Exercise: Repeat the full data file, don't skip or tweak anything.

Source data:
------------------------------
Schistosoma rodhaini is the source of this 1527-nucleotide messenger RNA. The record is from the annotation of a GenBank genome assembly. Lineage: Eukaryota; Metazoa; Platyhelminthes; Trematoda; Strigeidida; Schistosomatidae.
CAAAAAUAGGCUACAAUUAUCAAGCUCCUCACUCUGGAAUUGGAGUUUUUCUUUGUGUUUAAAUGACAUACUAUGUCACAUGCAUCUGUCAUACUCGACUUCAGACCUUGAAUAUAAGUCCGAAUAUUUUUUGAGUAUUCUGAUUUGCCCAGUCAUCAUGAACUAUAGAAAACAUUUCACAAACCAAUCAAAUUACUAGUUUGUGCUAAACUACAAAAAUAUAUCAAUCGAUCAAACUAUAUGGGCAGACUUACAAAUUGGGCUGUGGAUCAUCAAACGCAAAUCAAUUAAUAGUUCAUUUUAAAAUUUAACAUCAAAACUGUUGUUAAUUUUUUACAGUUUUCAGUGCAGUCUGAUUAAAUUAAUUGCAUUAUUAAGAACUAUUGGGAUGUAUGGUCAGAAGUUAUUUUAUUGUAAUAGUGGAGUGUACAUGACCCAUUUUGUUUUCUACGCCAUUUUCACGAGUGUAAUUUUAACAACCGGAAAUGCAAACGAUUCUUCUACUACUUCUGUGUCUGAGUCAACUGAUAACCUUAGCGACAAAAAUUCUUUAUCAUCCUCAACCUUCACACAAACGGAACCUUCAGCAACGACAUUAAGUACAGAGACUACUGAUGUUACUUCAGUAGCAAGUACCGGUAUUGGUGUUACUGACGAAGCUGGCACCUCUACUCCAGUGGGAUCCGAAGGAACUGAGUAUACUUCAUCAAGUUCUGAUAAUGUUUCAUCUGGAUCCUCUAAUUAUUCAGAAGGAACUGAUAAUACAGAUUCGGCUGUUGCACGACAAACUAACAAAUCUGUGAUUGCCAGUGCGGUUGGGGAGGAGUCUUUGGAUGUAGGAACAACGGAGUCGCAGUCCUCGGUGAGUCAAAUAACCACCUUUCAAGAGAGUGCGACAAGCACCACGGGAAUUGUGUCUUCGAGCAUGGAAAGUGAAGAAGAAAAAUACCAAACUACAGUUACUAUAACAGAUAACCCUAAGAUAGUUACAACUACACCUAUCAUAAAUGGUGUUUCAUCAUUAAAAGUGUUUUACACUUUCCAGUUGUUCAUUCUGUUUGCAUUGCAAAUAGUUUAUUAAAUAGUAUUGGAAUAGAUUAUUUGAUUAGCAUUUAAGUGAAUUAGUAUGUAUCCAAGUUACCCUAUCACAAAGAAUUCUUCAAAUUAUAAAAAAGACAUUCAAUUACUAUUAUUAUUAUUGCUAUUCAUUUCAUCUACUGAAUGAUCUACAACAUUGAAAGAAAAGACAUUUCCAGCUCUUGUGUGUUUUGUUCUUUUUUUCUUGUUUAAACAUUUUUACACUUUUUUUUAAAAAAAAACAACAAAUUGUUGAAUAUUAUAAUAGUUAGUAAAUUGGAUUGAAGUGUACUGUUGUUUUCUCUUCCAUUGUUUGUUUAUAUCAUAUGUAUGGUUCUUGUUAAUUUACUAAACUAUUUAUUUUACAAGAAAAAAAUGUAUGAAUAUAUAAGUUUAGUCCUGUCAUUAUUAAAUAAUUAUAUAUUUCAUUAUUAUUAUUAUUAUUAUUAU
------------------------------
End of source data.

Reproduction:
Schistosoma rodhaini is the source of this 1527-nucleotide messenger RNA. The record is from the annotation of a GenBank genome assembly. Lineage: Eukaryota; Metazoa; Platyhelminthes; Trematoda; Strigeidida; Schistosomatidae.
CAAAAAUAGGCUACAAUUAUCAAGCUCCUCACUCUGGAAUUGGAGUUUUUCUUUGUGUUUAAAUGACAUACUAUGUCACAUGCAUCUGUCAUACUCGACUUCAGACCUUGAAUAUAAGUCCGAAUAUUUUUUGAGUAUUCUGAUUUGCCCAGUCAUCAUGAACUAUAGAAAACAUUUCACAAACCAAUCAAAUUACUAGUUUGUGCUAAACUACAAAAAUAUAUCAAUCGAUCAAACUAUAUGGGCAGACUUACAAAUUGGGCUGUGGAUCAUCAAACGCAAAUCAAUUAAUAGUUCAUUUUAAAAUUUAACAUCAAAACUGUUGUUAAUUUUUUACAGUUUUCAGUGCAGUCUGAUUAAAUUAAUUGCAUUAUUAAGAACUAUUGGGAUGUAUGGUCAGAAGUUAUUUUAUUGUAAUAGUGGAGUGUACAUGACCCAUUUUGUUUUCUACGCCAUUUUCACGAGUGUAAUUUUAACAACCGGAAAUGCAAACGAUUCUUCUACUACUUCUGUGUCUGAGUCAACUGAUAACCUUAGCGACAAAAAUUCUUUAUCAUCCUCAACCUUCACACAAACGGAACCUUCAGCAACGACAUUAAGUACAGAGACUACUGAUGUUACUUCAGUAGCAAGUACCGGUAUUGGUGUUACUGACGAAGCUGGCACCUCUACUCCAGUGGGAUCCGAAGGAACUGAGUAUACUUCAUCAAGUUCUGAUAAUGUUUCAUCUGGAUCCUCUAAUUAUUCAGAAGGAACUGAUAAUACAGAUUCGGCUGUUGCACGACAAACUAACAAAUCUGUGAUUGCCAGUGCGGUUGGGGAGGAGUCUUUGGAUGUAGGAACAACGGAGUCGCAGUCCUCGGUGAGUCAAAUAACCACCUUUCAAGAGAGUGCGACAAGCACCACGGGAAUUGUGUCUUCGAGCAUGGAAAGUGAAGAAGAAAAAUACCAAACUACAGUUACUAUAACAGAUAACCCUAAGAUAGUUACAACUACACCUAUCAUAAAUGGUGUUUCAUCAUUAAAAGUGUUUUACACUUUCCAGUUGUUCAUUCUGUUUGCAUUGCAAAUAGUUUAUUAAAUAGUAUUGGAAUAGAUUAUUUGAUUAGCAUUUAAGUGAAUUAGUAUGUAUCCAAGUUACCCUAUCACAAAGAAUUCUUCAAAUUAUAAAAAAGACAUUCAAUUACUAUUAUUAUUAUUGCUAUUCAUUUCAUCUACUGAAUGAUCUACAACAUUGAAAGAAAAGACAUUUCCAGCUCUUGUGUGUUUUGUUCUUUUUUUCUUGUUUAAACAUUUUUACACUUUUUUUUAAAAAAAAACAACAAAUUGUUGAAUAUUAUAAUAGUUAGUAAAUUGGAUUGAAGUGUACUGUUGUUUUCUCUUCCAUUGUUUGUUUAUAUCAUAUGUAUGGUUCUUGUUAAUUUACUAAACUAUUUAUUUUACAAGAAAAAAAUGUAUGAAUAUAUAAGUUUAGUCCUGUCAUUAUUAAAUAAUUAUAUAUUUCAUUAUUAUUAUUAUUAUUAUUAU